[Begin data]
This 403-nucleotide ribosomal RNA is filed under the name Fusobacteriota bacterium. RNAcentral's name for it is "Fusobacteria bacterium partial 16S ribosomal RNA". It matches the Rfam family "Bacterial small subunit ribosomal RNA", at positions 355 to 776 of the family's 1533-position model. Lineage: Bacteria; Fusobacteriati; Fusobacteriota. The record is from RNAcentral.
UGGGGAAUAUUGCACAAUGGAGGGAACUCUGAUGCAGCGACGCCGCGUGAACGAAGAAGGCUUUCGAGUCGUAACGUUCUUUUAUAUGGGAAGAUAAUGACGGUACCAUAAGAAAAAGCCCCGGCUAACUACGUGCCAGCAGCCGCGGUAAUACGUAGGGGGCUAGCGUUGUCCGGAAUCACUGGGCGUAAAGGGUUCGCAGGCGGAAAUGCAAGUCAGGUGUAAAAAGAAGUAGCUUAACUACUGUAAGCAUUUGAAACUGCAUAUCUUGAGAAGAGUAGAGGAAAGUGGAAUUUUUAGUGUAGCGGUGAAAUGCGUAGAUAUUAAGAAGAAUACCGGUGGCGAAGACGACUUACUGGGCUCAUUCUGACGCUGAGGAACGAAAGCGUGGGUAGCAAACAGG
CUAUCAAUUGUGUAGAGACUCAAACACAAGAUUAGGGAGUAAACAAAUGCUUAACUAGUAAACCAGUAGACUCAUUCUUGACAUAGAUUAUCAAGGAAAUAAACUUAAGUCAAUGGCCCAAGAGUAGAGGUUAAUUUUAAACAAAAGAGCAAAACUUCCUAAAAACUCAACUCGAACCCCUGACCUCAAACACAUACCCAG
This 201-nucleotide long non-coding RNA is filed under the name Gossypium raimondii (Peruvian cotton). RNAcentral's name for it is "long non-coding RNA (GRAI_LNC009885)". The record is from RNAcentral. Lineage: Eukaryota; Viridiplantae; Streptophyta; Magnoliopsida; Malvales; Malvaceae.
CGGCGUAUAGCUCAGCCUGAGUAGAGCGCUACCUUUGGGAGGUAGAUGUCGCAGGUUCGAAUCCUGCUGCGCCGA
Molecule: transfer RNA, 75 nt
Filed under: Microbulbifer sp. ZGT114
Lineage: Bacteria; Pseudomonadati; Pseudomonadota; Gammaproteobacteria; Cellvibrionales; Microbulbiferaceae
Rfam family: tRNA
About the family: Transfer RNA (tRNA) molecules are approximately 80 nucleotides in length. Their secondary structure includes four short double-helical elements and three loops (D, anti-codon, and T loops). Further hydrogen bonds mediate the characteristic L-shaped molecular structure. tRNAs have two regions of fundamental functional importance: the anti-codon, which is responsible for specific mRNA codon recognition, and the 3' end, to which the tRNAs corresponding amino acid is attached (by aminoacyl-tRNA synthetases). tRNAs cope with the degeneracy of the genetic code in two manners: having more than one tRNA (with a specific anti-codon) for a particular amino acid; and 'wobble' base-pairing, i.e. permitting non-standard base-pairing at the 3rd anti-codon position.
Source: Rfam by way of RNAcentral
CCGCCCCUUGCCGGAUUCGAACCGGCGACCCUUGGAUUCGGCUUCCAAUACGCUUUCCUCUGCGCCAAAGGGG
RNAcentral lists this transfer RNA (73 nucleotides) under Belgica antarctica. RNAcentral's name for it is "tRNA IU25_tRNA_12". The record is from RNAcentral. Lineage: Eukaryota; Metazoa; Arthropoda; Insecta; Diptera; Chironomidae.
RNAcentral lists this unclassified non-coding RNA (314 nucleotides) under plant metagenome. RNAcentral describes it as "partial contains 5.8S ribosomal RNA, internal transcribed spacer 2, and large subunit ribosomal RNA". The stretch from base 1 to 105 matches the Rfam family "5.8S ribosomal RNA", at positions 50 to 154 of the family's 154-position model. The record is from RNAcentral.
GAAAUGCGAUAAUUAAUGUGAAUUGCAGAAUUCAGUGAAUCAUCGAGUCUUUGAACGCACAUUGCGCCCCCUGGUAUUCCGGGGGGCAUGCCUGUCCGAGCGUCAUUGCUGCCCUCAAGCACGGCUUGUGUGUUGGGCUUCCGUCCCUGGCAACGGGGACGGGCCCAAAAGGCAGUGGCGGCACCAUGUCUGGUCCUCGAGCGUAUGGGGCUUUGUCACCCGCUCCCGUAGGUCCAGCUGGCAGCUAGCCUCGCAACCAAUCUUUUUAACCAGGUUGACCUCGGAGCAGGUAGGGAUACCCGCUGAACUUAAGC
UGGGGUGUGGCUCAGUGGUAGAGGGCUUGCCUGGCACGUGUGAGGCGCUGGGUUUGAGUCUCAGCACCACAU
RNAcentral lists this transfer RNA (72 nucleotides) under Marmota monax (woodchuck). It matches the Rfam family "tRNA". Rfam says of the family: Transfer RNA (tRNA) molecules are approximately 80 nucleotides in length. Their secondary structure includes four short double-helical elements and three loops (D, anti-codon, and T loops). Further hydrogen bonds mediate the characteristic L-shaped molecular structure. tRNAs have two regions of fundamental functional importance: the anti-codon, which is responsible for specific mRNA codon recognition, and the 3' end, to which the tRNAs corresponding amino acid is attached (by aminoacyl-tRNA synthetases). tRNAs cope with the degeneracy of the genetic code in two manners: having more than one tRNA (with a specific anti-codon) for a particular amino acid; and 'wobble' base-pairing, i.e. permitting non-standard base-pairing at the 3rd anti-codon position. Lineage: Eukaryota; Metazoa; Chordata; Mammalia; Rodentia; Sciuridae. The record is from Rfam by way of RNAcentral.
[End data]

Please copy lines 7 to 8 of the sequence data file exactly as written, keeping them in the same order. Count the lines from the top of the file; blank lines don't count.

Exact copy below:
Filed under: Microbulbifer sp. ZGT114
Lineage: Bacteria; Pseudomonadati; Pseudomonadota; Gammaproteobacteria; Cellvibrionales; Microbulbiferaceae